CCD Editor’s Note: I’m running this piece because I just came across the most ignorant statement by a climate expert who said Trump’s handling of Puerto Rico was disastrous. This same climate expert has been the object of ridicule and scorn, so it was a bit shocking to see him in the driver’s seat.
Contrary to popular belief, President Trump did not drop the ball in Puerto Rico. Bloomberg did an extensive interview with retired Navy Captain Jerry Hendrix, who is now with the Center for a New American Security, who said there were anticipatory steps that were taken which are not being recognized.
He also noted that it’s not like Puerto Rico is close to the U.S. Moreover, any reconstruction effort is going to take time since the island’s power grid and infrastructure were in disrepair. Could things be better? Yes—but this notion of Puerto Rico being Trump’s Katrina is just wrong.
Even worse is the liberal media’s spreading of fake news during the recovery effort. I’m referring to the phantom cholera cases that were spewed over the social media. This was fake news, folks. Tobin Harshaw of Bloomberg conducted the interview with Cpt. Hendrix:
Tobin Harshaw: So, it seems like everybody has blasted Trump administration’s response to the Puerto Rico crisis. Has that criticism been fair?
Jerry Hendrix: No, I don’t think so. First of all, there was a fair amount of anticipatory action that is not being recognized. Amphibious ships, including the light amphibious carriers Kearsarge and Wasp and the amphibious landing ship dock Oak Hill were at sea and dispatched to Puerto Rico ahead of the hurricane’s impact.
These are large ships that have large flight decks to land and dispatch heavy-lift CH-53 helicopters to and from disaster sites. They also have big well-decks — exposed surfaces that are lower than the fore and aft of the ship — from which large landing craft can be dispatched to shore carrying over 150 tons of water, food and other supplies on each trip.
These are actually the ideal platforms for relief operations owing to their range of assets. The ships, due to their designs to support Marine amphibious landings in war zones, also have hospitals onboard to provide medical treatment on a large scale. That these ships were in the area should be viewed as a huge positive for the administration and the Department of Defense.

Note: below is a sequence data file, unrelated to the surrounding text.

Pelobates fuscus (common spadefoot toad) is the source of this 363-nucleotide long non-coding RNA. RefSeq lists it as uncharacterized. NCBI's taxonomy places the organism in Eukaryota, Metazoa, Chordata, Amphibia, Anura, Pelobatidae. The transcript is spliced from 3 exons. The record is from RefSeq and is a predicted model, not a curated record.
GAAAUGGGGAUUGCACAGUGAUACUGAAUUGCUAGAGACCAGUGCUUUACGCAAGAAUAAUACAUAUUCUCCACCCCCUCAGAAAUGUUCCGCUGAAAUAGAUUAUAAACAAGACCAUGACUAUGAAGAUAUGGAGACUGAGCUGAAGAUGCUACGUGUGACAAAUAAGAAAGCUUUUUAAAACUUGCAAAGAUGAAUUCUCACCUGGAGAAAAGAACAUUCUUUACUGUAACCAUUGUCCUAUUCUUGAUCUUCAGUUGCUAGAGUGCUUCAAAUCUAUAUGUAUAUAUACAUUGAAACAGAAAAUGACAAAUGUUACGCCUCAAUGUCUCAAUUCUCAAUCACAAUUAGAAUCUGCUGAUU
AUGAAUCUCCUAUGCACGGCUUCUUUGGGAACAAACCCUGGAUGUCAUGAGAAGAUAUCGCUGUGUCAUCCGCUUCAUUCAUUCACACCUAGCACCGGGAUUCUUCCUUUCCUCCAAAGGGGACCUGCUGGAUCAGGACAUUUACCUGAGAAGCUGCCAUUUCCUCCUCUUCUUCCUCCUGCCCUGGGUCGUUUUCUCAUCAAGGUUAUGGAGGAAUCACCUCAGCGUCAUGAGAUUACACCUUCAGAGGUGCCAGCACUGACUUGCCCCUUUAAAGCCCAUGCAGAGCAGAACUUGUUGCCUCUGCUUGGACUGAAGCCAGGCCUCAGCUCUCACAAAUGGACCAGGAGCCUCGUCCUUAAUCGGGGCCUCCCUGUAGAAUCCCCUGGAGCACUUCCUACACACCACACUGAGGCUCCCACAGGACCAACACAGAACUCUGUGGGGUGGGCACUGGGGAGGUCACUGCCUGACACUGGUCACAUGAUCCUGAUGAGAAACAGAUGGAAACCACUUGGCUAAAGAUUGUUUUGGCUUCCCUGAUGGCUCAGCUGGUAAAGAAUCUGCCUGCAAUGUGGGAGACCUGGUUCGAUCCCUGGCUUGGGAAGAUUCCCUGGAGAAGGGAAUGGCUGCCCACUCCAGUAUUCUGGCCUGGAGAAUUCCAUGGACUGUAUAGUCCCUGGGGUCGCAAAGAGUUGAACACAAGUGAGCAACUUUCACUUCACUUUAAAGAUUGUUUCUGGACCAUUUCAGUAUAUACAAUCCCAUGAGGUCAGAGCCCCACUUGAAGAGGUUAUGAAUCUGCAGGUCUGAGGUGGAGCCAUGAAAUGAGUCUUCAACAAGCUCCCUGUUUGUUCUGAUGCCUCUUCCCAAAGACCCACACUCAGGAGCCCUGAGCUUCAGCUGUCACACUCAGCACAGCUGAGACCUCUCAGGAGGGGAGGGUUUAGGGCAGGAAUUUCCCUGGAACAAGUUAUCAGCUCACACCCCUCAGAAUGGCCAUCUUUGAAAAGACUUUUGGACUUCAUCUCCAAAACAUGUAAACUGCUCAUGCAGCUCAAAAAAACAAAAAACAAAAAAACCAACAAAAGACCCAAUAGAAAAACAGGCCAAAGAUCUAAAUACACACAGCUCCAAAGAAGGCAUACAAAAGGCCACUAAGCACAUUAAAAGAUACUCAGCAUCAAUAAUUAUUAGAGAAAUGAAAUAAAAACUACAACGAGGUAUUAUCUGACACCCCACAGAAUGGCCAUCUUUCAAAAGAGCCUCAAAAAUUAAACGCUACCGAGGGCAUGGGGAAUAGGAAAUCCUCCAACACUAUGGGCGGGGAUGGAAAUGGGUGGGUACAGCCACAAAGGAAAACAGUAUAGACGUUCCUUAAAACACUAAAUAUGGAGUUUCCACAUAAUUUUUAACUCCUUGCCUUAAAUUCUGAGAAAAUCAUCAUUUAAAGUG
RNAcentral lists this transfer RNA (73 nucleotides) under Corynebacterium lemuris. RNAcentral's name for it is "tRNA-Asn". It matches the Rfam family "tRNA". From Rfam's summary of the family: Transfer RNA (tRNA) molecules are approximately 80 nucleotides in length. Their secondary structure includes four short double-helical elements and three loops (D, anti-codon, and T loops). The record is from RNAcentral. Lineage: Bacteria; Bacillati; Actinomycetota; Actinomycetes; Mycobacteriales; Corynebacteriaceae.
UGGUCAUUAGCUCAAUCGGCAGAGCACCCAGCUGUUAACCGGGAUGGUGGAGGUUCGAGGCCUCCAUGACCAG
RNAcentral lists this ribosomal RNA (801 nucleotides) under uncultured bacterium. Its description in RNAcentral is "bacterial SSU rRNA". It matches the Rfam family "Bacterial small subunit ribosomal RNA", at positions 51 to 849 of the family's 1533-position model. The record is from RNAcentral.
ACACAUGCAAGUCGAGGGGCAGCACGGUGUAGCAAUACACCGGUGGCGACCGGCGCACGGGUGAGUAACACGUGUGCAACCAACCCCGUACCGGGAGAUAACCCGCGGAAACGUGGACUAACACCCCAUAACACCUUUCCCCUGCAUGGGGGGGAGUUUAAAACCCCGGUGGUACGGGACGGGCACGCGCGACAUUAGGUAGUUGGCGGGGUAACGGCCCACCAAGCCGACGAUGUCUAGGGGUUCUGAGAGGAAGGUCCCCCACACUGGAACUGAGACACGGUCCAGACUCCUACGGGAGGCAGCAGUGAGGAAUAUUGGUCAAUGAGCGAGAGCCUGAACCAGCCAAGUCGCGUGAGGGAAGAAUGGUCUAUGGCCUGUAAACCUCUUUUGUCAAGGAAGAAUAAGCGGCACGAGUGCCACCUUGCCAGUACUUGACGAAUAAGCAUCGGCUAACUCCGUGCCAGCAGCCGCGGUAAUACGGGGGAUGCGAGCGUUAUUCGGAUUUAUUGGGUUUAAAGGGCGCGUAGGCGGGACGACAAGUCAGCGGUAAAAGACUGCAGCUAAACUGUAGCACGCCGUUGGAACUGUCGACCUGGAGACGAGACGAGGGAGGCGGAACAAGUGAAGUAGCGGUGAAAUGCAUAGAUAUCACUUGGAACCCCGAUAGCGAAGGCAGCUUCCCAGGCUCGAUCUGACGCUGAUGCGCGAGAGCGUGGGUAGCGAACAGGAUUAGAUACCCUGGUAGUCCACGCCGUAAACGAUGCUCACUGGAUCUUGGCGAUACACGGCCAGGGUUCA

JH: One area in which the Trump administration could possibly lend additional assistance would be looking at a more robust activation of its assets in the Defense Department’s Transportation Command to include more heavy-lift and cargo aircraft, as well as Maritime Administration shipping to move the logistics-heavy large infrastructure items on the ocean.
Everything from bulldozers to transformers needs to come by ships, and it’s been decades since it was really flexed to its full capacity. This would have the dual purpose of revealing any significant weaknesses in the Transportation Command assets and readiness should we need it in a military emergency down the road.
JH: Puerto Rico is an island that suffers from its position in the middle of the Caribbean and its physical separation from the U.S. Its roads were in disrepair and its electrical grid was antiquated prior to the hurricane. The island has also suffered for years from ineffective local government and rising local territorial debt.
The Puerto Rican governor, Ricardo Rossello, a Democrat, said he’s been in constant contact with the White House and resources have been made available. On October 14, the island’s nonvoting delegate, Jenniffer Gonzalez-Colon, said in an interview with USA Today that everything they’ve asked for, Trump has delivered (via RCP) [emphasis mine]:
JENNIFFER GONZALEZ COLON: I was very surprised that the president was very aware of the situation on the island, having daily briefings in the situation room. He actually spoke with the governor once or twice a day, during the hurricane and after the hurricane.
So, that kind of conversation never happened before. I mean, this is a new way to have access to resources and communications. I was really grateful that he was listening to problems.
There are things that I never do, but, you know, the president is always out of the script. And I think that’s the main difference. People are used to having politicians that are politically correct, that follow the script, and he’s not like that. I mean, what you see is what you get and that’s the way he is.
I won’t say that I am comfortable or that I praise all the ways that he managed the issue, but I will tell you that everything that the president said that he was going to send to the island, it’s getting there. The resources are there. The help is there.
He instructed all his cabinet members to treat Puerto Rico as a state, in terms of this hurricane. I mean, that kind of instruction is important to have access to all those programs.
That’s a rather different take than what we’re hearing from San Juan’s mayor, Carmen Yulin Cruz. The former attorney general of Puerto Rican said her act, her attacks against the Trump administration, was her possibly prepping a run for governor.
Read more at Townhall